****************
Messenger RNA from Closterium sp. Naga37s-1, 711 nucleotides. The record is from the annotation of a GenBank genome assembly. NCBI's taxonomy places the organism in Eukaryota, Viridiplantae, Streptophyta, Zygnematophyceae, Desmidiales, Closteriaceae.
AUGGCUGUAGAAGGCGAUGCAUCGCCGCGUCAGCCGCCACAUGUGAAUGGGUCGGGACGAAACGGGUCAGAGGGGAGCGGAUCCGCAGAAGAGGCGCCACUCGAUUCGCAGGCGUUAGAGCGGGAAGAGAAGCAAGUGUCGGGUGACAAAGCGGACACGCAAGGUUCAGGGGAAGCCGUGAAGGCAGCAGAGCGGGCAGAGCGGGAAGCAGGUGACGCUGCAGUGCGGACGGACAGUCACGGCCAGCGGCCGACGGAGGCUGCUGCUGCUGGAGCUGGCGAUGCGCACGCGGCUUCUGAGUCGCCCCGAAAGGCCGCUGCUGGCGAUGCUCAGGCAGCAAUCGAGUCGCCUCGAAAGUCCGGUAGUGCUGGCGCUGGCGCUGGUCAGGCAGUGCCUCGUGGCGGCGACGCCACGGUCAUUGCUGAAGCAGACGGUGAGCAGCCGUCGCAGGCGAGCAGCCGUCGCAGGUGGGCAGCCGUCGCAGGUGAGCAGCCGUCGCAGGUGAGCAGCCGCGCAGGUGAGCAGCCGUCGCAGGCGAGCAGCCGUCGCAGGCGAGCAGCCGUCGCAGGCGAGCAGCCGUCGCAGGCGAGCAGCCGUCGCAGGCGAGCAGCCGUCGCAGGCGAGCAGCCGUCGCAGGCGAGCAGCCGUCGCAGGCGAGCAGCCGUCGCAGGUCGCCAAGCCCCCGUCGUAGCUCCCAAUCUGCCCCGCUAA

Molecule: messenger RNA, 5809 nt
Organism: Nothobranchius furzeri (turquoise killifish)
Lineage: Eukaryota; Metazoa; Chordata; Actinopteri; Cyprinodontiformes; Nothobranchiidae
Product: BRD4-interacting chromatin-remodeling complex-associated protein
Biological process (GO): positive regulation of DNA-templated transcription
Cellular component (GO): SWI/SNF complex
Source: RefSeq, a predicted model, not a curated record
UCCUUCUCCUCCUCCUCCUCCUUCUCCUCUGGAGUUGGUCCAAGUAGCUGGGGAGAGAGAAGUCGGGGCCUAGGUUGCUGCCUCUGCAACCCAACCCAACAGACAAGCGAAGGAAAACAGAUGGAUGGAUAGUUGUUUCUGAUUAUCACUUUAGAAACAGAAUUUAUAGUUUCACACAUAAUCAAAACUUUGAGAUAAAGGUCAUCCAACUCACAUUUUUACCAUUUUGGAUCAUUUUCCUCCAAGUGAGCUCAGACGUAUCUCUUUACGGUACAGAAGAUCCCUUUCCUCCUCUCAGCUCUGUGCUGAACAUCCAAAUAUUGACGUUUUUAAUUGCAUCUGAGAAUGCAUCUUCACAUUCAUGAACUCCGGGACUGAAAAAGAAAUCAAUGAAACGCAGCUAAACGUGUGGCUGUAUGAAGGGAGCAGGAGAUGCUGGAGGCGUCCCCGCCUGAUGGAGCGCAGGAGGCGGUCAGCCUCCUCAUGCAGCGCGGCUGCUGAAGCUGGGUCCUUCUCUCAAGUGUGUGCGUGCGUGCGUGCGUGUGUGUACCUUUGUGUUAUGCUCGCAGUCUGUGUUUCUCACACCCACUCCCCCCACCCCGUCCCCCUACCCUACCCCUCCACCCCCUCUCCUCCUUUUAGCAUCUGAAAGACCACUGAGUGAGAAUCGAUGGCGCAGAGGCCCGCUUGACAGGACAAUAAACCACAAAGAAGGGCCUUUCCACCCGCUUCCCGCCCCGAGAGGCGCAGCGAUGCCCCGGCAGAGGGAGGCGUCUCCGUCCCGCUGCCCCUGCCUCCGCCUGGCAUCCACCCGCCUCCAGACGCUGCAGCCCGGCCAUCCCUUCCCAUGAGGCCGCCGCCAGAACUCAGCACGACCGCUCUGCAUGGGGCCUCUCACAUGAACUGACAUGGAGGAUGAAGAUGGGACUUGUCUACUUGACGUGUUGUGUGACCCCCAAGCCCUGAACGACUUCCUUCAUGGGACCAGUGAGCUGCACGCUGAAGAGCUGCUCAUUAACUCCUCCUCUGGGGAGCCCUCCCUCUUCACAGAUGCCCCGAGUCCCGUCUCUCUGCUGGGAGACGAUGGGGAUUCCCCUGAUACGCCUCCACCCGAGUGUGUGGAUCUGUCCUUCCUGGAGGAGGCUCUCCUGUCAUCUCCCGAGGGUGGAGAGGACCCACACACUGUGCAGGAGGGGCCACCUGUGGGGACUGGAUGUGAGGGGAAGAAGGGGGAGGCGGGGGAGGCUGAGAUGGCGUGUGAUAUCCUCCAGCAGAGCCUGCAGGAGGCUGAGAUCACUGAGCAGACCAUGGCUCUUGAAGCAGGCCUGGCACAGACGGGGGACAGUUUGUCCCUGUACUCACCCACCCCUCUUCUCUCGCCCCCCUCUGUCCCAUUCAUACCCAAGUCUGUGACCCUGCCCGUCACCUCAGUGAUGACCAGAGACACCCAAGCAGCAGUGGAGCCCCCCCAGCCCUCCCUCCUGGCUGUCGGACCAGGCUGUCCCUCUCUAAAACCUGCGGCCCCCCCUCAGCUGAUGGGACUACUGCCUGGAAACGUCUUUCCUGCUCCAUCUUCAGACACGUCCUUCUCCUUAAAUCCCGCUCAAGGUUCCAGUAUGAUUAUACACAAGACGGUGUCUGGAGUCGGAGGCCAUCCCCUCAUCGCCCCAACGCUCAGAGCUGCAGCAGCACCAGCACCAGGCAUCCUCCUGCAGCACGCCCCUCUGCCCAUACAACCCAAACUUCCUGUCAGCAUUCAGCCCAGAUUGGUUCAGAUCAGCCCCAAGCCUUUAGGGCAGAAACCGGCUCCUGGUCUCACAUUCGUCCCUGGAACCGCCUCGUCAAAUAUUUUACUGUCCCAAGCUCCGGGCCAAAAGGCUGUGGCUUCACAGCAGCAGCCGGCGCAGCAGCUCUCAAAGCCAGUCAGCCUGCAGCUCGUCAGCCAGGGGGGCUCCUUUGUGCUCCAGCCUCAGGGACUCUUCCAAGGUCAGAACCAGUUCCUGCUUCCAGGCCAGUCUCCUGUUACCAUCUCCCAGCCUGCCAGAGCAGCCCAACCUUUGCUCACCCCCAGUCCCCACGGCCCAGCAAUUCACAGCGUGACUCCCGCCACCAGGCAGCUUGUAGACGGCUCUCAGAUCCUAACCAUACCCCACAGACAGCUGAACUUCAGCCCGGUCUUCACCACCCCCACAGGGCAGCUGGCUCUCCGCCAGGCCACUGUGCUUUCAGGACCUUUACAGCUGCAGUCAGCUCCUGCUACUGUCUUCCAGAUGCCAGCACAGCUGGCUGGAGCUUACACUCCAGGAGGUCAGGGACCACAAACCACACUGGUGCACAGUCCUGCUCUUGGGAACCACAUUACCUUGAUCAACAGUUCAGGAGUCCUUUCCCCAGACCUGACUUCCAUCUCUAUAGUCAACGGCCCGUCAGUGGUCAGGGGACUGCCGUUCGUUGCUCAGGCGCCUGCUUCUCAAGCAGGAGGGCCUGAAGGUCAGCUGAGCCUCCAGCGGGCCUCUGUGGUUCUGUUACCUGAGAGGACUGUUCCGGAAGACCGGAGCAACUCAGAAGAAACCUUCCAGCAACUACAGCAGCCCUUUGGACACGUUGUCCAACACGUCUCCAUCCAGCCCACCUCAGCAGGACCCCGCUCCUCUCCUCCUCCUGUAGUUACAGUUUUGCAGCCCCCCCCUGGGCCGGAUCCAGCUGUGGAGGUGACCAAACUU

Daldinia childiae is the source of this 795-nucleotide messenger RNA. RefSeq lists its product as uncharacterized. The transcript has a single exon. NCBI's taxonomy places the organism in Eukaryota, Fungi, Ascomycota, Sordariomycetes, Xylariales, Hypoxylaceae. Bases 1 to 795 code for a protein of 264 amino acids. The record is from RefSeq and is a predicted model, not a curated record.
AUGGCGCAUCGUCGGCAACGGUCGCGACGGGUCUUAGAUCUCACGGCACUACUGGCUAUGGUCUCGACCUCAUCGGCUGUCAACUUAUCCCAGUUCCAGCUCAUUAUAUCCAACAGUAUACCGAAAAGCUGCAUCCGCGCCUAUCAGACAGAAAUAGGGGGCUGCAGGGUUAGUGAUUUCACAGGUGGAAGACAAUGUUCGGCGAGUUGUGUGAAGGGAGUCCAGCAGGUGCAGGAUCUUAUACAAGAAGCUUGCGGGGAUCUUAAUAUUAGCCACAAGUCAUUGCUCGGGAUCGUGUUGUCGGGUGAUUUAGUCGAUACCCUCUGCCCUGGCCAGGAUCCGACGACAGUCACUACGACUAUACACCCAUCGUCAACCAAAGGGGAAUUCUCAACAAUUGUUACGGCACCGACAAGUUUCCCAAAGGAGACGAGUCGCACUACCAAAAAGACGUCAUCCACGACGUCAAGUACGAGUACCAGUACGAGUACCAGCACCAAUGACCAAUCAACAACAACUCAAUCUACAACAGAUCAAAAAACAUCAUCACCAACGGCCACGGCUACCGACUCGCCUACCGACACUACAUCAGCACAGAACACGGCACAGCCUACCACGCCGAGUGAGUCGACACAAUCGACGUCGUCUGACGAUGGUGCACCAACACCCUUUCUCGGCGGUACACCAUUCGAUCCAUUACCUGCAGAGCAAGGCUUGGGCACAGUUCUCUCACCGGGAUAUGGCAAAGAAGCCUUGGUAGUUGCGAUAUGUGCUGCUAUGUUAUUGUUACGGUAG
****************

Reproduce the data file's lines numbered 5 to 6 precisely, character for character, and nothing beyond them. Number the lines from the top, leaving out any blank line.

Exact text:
Lineage: Eukaryota; Metazoa; Chordata; Actinopteri; Cyprinodontiformes; Nothobranchiidae
Product: BRD4-interacting chromatin-remodeling complex-associated protein